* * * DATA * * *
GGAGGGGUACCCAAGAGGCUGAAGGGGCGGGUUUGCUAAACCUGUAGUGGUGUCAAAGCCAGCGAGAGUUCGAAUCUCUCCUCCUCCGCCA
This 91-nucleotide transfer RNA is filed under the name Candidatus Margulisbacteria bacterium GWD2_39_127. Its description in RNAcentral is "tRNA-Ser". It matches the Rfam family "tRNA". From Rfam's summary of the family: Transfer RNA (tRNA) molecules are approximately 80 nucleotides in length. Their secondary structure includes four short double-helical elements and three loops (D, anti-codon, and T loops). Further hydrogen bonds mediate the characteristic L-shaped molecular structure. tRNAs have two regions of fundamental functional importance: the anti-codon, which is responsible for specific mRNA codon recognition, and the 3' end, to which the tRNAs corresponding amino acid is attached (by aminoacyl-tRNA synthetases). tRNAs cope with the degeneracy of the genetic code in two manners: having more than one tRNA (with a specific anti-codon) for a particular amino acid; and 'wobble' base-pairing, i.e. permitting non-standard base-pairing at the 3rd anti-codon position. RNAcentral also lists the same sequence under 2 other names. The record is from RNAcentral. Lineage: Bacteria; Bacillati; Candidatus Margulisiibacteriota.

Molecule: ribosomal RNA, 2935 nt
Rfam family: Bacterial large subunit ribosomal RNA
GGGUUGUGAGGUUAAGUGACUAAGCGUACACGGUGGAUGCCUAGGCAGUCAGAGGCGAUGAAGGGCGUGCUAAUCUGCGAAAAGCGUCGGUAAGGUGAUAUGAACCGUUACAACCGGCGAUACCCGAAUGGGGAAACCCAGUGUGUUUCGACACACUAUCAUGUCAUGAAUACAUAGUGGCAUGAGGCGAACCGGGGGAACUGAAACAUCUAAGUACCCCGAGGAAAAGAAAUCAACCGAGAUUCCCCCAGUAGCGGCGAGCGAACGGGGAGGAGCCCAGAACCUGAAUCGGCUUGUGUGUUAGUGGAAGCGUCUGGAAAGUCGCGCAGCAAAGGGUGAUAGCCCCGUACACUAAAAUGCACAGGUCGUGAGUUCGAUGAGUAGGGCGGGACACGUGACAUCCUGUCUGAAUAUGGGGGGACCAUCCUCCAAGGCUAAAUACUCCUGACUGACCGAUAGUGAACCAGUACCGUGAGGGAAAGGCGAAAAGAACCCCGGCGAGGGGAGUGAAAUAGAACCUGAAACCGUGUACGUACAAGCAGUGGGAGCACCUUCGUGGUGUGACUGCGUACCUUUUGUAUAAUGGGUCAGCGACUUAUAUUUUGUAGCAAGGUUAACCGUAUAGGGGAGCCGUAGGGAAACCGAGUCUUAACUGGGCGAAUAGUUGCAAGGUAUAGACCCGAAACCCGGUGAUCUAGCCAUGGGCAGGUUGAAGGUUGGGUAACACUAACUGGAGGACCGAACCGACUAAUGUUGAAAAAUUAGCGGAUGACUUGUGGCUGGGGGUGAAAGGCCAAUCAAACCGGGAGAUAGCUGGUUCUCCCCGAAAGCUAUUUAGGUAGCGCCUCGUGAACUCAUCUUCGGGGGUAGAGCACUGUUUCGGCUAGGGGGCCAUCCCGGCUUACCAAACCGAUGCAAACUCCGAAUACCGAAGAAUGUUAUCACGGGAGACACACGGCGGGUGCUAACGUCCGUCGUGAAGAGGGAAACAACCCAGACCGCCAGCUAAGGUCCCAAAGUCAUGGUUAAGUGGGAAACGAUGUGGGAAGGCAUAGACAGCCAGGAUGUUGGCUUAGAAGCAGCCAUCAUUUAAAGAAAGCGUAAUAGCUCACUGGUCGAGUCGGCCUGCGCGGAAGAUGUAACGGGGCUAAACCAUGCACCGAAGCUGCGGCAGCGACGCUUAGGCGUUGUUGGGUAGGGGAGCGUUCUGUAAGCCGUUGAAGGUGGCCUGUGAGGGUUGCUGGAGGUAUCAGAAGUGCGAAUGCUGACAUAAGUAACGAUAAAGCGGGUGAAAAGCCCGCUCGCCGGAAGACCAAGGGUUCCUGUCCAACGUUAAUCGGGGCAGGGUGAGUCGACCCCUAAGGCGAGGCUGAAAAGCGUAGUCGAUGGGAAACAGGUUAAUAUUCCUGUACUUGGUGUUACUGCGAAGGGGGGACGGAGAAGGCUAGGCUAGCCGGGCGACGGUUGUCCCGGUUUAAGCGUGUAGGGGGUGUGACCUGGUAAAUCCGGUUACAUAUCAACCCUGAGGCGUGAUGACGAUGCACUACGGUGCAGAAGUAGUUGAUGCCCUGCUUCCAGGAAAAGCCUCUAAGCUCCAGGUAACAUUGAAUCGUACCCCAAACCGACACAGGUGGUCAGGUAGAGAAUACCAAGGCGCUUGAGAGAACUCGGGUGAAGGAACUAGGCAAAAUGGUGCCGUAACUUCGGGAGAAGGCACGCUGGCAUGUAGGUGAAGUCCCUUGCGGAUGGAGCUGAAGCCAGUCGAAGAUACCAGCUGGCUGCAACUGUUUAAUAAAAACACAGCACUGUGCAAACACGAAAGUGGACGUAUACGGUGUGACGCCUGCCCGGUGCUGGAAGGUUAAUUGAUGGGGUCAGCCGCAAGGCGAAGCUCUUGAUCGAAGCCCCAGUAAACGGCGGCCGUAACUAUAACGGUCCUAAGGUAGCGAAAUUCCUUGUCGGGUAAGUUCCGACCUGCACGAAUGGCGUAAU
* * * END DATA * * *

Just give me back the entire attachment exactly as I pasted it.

GGAGGGGUACCCAAGAGGCUGAAGGGGCGGGUUUGCUAAACCUGUAGUGGUGUCAAAGCCAGCGAGAGUUCGAAUCUCUCCUCCUCCGCCA
This 91-nucleotide transfer RNA is filed under the name Candidatus Margulisbacteria bacterium GWD2_39_127. Its description in RNAcentral is "tRNA-Ser". It matches the Rfam family "tRNA". From Rfam's summary of the family: Transfer RNA (tRNA) molecules are approximately 80 nucleotides in length. Their secondary structure includes four short double-helical elements and three loops (D, anti-codon, and T loops). Further hydrogen bonds mediate the characteristic L-shaped molecular structure. tRNAs have two regions of fundamental functional importance: the anti-codon, which is responsible for specific mRNA codon recognition, and the 3' end, to which the tRNAs corresponding amino acid is attached (by aminoacyl-tRNA synthetases). tRNAs cope with the degeneracy of the genetic code in two manners: having more than one tRNA (with a specific anti-codon) for a particular amino acid; and 'wobble' base-pairing, i.e. permitting non-standard base-pairing at the 3rd anti-codon position. RNAcentral also lists the same sequence under 2 other names. The record is from RNAcentral. Lineage: Bacteria; Bacillati; Candidatus Margulisiibacteriota.

Molecule: ribosomal RNA, 2935 nt
Rfam family: Bacterial large subunit ribosomal RNA
GGGUUGUGAGGUUAAGUGACUAAGCGUACACGGUGGAUGCCUAGGCAGUCAGAGGCGAUGAAGGGCGUGCUAAUCUGCGAAAAGCGUCGGUAAGGUGAUAUGAACCGUUACAACCGGCGAUACCCGAAUGGGGAAACCCAGUGUGUUUCGACACACUAUCAUGUCAUGAAUACAUAGUGGCAUGAGGCGAACCGGGGGAACUGAAACAUCUAAGUACCCCGAGGAAAAGAAAUCAACCGAGAUUCCCCCAGUAGCGGCGAGCGAACGGGGAGGAGCCCAGAACCUGAAUCGGCUUGUGUGUUAGUGGAAGCGUCUGGAAAGUCGCGCAGCAAAGGGUGAUAGCCCCGUACACUAAAAUGCACAGGUCGUGAGUUCGAUGAGUAGGGCGGGACACGUGACAUCCUGUCUGAAUAUGGGGGGACCAUCCUCCAAGGCUAAAUACUCCUGACUGACCGAUAGUGAACCAGUACCGUGAGGGAAAGGCGAAAAGAACCCCGGCGAGGGGAGUGAAAUAGAACCUGAAACCGUGUACGUACAAGCAGUGGGAGCACCUUCGUGGUGUGACUGCGUACCUUUUGUAUAAUGGGUCAGCGACUUAUAUUUUGUAGCAAGGUUAACCGUAUAGGGGAGCCGUAGGGAAACCGAGUCUUAACUGGGCGAAUAGUUGCAAGGUAUAGACCCGAAACCCGGUGAUCUAGCCAUGGGCAGGUUGAAGGUUGGGUAACACUAACUGGAGGACCGAACCGACUAAUGUUGAAAAAUUAGCGGAUGACUUGUGGCUGGGGGUGAAAGGCCAAUCAAACCGGGAGAUAGCUGGUUCUCCCCGAAAGCUAUUUAGGUAGCGCCUCGUGAACUCAUCUUCGGGGGUAGAGCACUGUUUCGGCUAGGGGGCCAUCCCGGCUUACCAAACCGAUGCAAACUCCGAAUACCGAAGAAUGUUAUCACGGGAGACACACGGCGGGUGCUAACGUCCGUCGUGAAGAGGGAAACAACCCAGACCGCCAGCUAAGGUCCCAAAGUCAUGGUUAAGUGGGAAACGAUGUGGGAAGGCAUAGACAGCCAGGAUGUUGGCUUAGAAGCAGCCAUCAUUUAAAGAAAGCGUAAUAGCUCACUGGUCGAGUCGGCCUGCGCGGAAGAUGUAACGGGGCUAAACCAUGCACCGAAGCUGCGGCAGCGACGCUUAGGCGUUGUUGGGUAGGGGAGCGUUCUGUAAGCCGUUGAAGGUGGCCUGUGAGGGUUGCUGGAGGUAUCAGAAGUGCGAAUGCUGACAUAAGUAACGAUAAAGCGGGUGAAAAGCCCGCUCGCCGGAAGACCAAGGGUUCCUGUCCAACGUUAAUCGGGGCAGGGUGAGUCGACCCCUAAGGCGAGGCUGAAAAGCGUAGUCGAUGGGAAACAGGUUAAUAUUCCUGUACUUGGUGUUACUGCGAAGGGGGGACGGAGAAGGCUAGGCUAGCCGGGCGACGGUUGUCCCGGUUUAAGCGUGUAGGGGGUGUGACCUGGUAAAUCCGGUUACAUAUCAACCCUGAGGCGUGAUGACGAUGCACUACGGUGCAGAAGUAGUUGAUGCCCUGCUUCCAGGAAAAGCCUCUAAGCUCCAGGUAACAUUGAAUCGUACCCCAAACCGACACAGGUGGUCAGGUAGAGAAUACCAAGGCGCUUGAGAGAACUCGGGUGAAGGAACUAGGCAAAAUGGUGCCGUAACUUCGGGAGAAGGCACGCUGGCAUGUAGGUGAAGUCCCUUGCGGAUGGAGCUGAAGCCAGUCGAAGAUACCAGCUGGCUGCAACUGUUUAAUAAAAACACAGCACUGUGCAAACACGAAAGUGGACGUAUACGGUGUGACGCCUGCCCGGUGCUGGAAGGUUAAUUGAUGGGGUCAGCCGCAAGGCGAAGCUCUUGAUCGAAGCCCCAGUAAACGGCGGCCGUAACUAUAACGGUCCUAAGGUAGCGAAAUUCCUUGUCGGGUAAGUUCCGACCUGCACGAAUGGCGUAAU